In 2004 José M. Hernández became the first migrant farmworker to become a NASA astronaut. An impressive achievement in itself, Jose’s accomplishment is even more amazing when you realize the journey he took to get there. Born into a migrant farm working family from Mexico, José – who didn’t learn English until he was 12 years old – spent much of his childhood on what he calls the „California circuit,” travelling with his family from Mexico to California’s southern San Joaquin Valley each March, then working their way northward to the Stockton area by summer, picking strawberries, cucumbers, cherries and tomatoes along the way. In late November, they would return to Mexico spending Christmas and waiting for March to start the cycle all over again.
While in California, Jose’s weekends were filled with laboring in the fields with his family, and while the end of the school year meant summer fun for his peers, it meant working 7 days a week in the hot summer fields for José and his family. The neighborhoods he lived in were often dangerous, filled with drugs, alcohol, and gang violence. There was also the issue of growing up in a bicultural environment as a Mexican-American and the prejudices that came along with this label: too Mexican to be American, too American to be Mexican. Through all of this, Jose’s parents stayed strong and focused on their children’s education which allowed José to dream of one day reaching the stars. Determined to fulfill his dream, José obtained his undergraduate and graduate degrees in Electrical Engineering.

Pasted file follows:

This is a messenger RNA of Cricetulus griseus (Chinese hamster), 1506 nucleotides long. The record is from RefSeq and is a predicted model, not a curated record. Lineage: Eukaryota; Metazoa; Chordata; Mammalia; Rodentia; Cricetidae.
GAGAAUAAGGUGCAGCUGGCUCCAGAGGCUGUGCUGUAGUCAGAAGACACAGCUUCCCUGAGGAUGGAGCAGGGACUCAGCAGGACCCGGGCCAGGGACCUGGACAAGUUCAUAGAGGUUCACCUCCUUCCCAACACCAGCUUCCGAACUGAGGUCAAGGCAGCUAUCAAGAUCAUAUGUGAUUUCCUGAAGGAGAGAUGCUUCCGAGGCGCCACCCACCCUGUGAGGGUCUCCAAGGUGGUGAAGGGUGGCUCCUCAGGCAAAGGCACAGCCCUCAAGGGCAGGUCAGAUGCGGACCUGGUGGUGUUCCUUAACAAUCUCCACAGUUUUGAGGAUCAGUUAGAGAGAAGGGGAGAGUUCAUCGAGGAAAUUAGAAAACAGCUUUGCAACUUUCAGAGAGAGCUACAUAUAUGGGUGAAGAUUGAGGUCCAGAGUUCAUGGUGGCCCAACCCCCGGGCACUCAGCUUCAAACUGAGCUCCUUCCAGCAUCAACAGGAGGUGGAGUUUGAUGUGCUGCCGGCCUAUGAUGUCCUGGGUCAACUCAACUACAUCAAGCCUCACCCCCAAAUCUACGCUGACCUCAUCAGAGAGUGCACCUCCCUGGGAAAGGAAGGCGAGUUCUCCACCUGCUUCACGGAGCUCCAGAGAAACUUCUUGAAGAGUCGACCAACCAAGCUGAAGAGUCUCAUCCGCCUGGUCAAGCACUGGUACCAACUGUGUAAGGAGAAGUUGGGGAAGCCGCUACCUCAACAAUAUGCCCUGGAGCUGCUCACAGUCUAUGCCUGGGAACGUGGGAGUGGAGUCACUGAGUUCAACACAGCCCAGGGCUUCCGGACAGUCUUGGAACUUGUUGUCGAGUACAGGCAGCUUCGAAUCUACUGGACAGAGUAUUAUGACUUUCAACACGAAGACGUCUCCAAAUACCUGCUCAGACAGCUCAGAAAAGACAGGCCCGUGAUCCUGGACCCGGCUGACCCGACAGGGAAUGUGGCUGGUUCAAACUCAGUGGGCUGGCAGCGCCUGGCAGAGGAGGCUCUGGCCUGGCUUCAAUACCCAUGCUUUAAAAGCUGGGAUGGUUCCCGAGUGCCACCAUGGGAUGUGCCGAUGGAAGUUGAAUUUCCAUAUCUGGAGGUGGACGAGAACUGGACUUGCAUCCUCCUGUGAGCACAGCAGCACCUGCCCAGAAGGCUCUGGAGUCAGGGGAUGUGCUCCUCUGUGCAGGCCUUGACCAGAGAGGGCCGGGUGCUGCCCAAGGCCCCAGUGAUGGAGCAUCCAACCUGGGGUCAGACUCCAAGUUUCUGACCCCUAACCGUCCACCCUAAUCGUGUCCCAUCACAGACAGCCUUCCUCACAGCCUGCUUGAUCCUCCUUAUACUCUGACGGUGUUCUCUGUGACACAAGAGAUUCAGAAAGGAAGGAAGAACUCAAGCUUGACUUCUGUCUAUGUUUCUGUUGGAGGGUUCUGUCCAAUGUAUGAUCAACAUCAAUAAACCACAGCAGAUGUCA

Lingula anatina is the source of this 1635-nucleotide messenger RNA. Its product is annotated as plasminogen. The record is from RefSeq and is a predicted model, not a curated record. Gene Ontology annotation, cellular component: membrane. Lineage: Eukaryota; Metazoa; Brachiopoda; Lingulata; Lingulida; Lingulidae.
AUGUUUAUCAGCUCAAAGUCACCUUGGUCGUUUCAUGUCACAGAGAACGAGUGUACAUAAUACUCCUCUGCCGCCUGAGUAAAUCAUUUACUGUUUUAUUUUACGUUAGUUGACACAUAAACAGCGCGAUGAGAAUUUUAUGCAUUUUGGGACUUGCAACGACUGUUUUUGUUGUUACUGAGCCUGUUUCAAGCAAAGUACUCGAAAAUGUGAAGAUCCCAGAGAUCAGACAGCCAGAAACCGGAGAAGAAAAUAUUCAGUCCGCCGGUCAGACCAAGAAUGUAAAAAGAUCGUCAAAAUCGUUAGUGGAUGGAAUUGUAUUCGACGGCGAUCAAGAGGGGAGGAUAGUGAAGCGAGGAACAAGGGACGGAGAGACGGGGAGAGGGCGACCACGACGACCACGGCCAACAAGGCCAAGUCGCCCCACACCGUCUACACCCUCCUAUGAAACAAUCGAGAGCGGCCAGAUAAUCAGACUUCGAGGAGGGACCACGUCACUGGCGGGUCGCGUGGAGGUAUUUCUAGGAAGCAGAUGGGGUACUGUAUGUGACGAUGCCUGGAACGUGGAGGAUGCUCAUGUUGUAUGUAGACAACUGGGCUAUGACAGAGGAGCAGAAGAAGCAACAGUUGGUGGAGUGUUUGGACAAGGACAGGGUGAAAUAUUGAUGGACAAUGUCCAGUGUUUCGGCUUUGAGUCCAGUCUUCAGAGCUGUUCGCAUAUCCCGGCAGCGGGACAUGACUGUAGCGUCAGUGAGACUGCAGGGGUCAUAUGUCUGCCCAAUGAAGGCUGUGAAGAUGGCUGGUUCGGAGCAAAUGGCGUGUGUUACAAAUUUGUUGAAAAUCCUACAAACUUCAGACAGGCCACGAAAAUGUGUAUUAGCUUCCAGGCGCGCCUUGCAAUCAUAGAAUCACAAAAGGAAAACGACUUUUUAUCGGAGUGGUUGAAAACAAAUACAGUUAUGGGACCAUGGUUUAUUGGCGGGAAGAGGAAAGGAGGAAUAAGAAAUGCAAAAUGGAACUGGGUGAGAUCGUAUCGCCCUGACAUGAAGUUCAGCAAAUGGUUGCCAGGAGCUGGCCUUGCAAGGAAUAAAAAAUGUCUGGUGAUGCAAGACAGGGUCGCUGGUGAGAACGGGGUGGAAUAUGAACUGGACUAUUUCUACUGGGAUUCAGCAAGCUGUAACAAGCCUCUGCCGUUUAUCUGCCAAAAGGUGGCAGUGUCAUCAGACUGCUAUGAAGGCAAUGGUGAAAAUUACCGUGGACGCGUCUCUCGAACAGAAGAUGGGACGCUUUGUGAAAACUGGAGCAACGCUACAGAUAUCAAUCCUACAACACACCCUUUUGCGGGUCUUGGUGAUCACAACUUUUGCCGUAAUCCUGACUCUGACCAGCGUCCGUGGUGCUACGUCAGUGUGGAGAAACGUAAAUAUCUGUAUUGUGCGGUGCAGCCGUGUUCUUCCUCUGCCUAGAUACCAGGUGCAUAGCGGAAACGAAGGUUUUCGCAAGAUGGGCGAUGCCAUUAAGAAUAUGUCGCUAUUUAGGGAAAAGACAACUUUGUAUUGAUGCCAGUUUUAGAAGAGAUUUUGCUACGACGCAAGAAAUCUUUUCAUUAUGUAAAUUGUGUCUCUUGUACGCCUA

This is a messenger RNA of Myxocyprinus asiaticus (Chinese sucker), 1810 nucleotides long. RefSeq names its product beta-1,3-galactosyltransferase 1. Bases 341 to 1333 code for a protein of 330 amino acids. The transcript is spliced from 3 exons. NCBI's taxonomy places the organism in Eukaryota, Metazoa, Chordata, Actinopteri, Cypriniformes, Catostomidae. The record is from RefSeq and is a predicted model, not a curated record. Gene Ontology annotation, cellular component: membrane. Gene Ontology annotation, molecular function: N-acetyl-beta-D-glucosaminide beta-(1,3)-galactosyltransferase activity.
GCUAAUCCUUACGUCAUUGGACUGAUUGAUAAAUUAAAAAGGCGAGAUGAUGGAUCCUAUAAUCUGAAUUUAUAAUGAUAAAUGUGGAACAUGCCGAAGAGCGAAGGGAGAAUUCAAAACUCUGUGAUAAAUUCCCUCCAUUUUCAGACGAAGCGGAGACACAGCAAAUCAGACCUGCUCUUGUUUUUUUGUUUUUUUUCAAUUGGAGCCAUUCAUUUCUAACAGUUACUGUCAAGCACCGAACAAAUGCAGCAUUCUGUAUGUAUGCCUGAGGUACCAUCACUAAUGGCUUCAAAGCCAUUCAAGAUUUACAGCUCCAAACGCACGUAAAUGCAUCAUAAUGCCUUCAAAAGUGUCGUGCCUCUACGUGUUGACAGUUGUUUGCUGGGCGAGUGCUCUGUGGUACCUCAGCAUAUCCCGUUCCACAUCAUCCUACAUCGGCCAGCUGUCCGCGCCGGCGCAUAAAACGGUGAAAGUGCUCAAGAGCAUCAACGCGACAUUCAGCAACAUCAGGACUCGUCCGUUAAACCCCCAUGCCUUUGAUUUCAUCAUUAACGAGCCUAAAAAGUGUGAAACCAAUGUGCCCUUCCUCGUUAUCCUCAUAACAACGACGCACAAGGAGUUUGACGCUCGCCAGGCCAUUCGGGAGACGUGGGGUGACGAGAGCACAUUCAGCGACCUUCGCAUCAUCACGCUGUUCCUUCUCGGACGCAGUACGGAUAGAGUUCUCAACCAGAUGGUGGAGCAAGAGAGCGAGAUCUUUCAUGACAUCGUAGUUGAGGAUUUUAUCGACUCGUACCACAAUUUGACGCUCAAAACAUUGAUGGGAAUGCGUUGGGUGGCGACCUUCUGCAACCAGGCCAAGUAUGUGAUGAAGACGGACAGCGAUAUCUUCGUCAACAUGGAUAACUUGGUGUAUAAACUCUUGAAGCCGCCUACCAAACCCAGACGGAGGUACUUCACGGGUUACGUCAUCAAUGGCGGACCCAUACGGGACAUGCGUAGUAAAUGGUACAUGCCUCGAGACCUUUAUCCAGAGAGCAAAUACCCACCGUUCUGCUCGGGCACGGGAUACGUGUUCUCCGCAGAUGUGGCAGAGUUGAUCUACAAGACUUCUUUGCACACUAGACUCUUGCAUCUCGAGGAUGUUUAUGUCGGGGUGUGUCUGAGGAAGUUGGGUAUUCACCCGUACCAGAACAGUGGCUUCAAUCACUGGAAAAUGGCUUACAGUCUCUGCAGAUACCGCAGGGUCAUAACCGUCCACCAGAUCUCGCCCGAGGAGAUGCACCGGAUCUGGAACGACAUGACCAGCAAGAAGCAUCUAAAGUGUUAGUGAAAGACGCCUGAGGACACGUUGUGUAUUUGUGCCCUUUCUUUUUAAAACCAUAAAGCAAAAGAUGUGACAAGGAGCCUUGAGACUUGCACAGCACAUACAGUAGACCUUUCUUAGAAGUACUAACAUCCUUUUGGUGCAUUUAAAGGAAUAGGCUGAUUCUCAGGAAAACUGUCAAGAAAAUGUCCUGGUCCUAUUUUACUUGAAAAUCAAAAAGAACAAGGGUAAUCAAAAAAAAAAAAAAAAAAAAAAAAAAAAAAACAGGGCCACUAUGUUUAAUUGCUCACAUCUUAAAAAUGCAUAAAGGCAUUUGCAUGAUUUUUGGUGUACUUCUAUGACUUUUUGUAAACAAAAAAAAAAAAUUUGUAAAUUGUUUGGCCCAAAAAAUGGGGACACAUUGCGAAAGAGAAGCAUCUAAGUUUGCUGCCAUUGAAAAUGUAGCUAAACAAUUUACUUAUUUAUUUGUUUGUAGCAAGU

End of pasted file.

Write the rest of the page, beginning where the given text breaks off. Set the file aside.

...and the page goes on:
After a successful career as an engineer and scientists at Lawrence Livermore National Laboratory, where he worked on the development of an X-ray laser, helped developed the first full-field digital mammography system for the early detection of breast cancer and worked in the nuclear non-proliferation arena, José was selected as part of the 19th class of U.S. Astronauts in 2004. On August 28, 2009 José, assigned to the STS-128 Space Shuttle Discovery mission as the flight engineer, realized his dream of reaching for the stars blasting off into space on a 14 day mission to the International Space Station.
José’s inspiring journey of perseverance and hard work is a true fulfillment of the American Dream.
Theoretical physicist and Nobel Prize Winner in Physics.
Geographer, historian, anthropologist and author, Pulitzer Prize Winner.
American experimental physicist.
2017 Nobel Prize Winner in Physics.
British-American structural biologist.
2009 Nobel Prize Winner in Chemistry and current...